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Greens' Electricity Initiatives Bear Fruit

The environment and small consumers have benefitted from Green Party input into electricity industry reforms.

Months of negotiation between the Government and the Greens have led to several improvements to the reforms announced today.

"Perhaps the biggest gain has been new and transparent public accountability for the industry through a public watchdog," party co-leader Jeanette Fitzsimons said today.

"There's little pressure at present for the industry to make electricity in an environmentally-friendly way or to admit, even, how power is produced. We're concerned about over-use of fossil fuels which adds to climate change pollution, while more sustainable dams are suspected to be under-used, with water spilt deliberately to use more gas, and generating capacity wasted."

The outcomes expected for the electricity industry will now be specified in a policy statement and industry performance will be audited each year by independent officers of Parliament - the Parliamentary Commissioner for the Environment and the Auditor General.

The Greens have also kept Labour to its pre-election promise that fixed charges ought not be more than 10 percent of the average consumer's bill.

"The Caygill Enquiry recommended an increase of 25 percent," Ms Fitzsimons said. "Some officials wanted no limit at all. We have bargained the Government down to 10 percent, a compromise we will accept to get the other benefits of the legislation, although we will again put the case for zero in the select committee.

"Fixed price hikes this year by electricity supplier TransAlta boosted power bills for those who can least afford it - the poor and the thrifty. The new prices also offered the wrong incentives - to use more electricity not less."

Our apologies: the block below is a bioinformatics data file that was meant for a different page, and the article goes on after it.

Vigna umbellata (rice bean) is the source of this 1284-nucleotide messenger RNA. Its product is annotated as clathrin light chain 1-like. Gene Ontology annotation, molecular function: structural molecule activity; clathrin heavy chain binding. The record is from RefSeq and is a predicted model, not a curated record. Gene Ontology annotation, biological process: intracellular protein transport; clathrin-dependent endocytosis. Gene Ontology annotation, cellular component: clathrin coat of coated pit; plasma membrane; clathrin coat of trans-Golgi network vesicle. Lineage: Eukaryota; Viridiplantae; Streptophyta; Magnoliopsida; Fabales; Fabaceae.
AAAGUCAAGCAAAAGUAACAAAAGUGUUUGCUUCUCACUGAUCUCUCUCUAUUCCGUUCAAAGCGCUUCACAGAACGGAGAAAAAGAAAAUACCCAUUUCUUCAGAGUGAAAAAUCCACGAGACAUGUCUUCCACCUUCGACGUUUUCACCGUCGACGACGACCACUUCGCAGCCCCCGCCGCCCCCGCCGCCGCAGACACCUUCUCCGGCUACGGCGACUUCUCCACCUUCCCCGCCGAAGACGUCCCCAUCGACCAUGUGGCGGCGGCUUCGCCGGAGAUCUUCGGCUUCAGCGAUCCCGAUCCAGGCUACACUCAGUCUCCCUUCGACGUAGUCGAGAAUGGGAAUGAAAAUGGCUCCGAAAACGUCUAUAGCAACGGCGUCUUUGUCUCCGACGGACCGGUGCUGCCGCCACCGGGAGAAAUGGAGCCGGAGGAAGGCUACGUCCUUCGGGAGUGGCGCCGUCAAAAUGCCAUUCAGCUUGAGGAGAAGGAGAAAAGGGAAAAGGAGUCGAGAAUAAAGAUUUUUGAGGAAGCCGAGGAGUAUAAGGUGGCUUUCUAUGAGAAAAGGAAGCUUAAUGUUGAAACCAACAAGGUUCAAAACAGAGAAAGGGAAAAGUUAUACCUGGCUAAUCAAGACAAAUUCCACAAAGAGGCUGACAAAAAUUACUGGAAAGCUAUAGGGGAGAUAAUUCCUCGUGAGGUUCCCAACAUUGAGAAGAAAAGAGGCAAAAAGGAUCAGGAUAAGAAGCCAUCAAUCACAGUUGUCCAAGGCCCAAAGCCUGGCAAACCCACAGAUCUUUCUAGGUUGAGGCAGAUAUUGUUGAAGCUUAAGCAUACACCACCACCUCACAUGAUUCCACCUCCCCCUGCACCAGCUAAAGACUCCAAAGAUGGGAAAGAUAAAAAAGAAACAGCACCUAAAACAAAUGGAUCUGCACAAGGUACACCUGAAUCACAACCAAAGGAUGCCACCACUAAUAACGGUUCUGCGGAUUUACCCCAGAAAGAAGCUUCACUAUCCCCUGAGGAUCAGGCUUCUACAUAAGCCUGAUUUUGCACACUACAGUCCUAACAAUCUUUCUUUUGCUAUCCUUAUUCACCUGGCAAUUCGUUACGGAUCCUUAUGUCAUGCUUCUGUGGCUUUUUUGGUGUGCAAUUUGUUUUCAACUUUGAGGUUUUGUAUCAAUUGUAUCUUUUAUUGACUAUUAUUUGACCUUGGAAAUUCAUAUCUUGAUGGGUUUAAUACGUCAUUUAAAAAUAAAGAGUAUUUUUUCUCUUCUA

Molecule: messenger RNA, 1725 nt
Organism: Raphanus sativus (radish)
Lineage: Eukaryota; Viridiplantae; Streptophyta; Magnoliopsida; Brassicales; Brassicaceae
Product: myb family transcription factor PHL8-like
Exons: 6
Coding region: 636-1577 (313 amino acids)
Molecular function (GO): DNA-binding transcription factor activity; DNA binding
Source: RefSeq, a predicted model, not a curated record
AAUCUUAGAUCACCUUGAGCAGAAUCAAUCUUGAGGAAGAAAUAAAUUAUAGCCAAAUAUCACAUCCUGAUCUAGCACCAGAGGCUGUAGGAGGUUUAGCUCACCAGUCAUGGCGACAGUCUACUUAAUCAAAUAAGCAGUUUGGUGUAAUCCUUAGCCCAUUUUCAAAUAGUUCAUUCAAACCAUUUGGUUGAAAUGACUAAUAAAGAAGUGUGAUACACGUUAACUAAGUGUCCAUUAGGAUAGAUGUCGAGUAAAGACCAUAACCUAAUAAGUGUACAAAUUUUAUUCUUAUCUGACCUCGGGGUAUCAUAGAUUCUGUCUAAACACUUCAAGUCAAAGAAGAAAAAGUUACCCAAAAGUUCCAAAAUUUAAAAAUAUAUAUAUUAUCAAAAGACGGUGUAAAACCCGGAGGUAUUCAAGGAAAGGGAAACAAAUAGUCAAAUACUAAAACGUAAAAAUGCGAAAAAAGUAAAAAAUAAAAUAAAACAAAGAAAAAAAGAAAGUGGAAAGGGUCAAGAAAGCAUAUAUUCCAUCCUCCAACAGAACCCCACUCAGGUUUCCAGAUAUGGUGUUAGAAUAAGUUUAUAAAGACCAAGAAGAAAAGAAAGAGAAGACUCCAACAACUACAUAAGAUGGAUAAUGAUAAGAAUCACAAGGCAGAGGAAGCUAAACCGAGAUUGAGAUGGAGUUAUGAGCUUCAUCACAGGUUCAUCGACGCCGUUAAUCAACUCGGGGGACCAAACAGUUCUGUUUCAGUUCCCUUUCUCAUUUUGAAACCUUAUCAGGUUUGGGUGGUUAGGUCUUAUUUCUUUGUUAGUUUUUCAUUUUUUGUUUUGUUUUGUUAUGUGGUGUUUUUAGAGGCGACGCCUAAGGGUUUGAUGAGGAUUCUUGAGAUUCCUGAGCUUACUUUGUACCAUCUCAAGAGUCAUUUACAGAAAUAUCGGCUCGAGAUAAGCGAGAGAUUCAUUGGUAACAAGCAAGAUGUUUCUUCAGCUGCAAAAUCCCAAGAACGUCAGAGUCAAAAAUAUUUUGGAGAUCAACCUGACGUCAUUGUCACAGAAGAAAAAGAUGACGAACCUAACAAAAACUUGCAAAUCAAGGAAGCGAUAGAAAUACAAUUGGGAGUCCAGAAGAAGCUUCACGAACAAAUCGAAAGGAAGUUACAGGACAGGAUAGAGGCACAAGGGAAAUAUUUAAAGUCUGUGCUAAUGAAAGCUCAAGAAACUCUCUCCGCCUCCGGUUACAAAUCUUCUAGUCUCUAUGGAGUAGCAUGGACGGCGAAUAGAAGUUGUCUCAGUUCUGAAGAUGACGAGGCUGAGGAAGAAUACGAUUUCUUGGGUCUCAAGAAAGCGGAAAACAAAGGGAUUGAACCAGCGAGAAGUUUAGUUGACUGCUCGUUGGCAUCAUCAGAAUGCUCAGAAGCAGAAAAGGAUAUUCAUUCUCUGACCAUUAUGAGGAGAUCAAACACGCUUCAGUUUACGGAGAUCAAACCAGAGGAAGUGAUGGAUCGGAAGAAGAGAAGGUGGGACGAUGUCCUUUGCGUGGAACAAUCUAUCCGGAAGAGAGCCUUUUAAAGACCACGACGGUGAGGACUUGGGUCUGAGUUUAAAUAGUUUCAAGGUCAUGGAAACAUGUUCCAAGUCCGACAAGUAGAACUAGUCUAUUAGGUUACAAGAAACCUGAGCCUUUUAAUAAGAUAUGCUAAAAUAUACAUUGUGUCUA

Another important Green initiative was to allow lines businesses to invest in non-traditional rewewable energy sources such as wind and solar. This has been prohibited under National Party legislation.

(Background from Jeanette Fitzsimons on Green achievements and failures in electricity reform negotiations follows).

The Greens had three main objectives in these negotiations with the Govt:

1. To protect small consumers from poor service and high fixed charges.

The Caygill report advocated a limit of 25% of the average consumer's bill; this would have put fixed charges UP in most parts of the country. We wanted zero, with all the costs levied per unit consumed, but have had to settle for an optional tariff of 10% which should be a decrease for everyone. We would like to see this expressed in cents per day, eg 30 cents per day, and will argue for this at the select committee.

We strongly support the package of consumer service contracts, a complaints Ombudsman, the use of the Consumer Guarantees Act, an obligation to supply, and rules for customer switching and company bankruptcy.

2. Security of supply.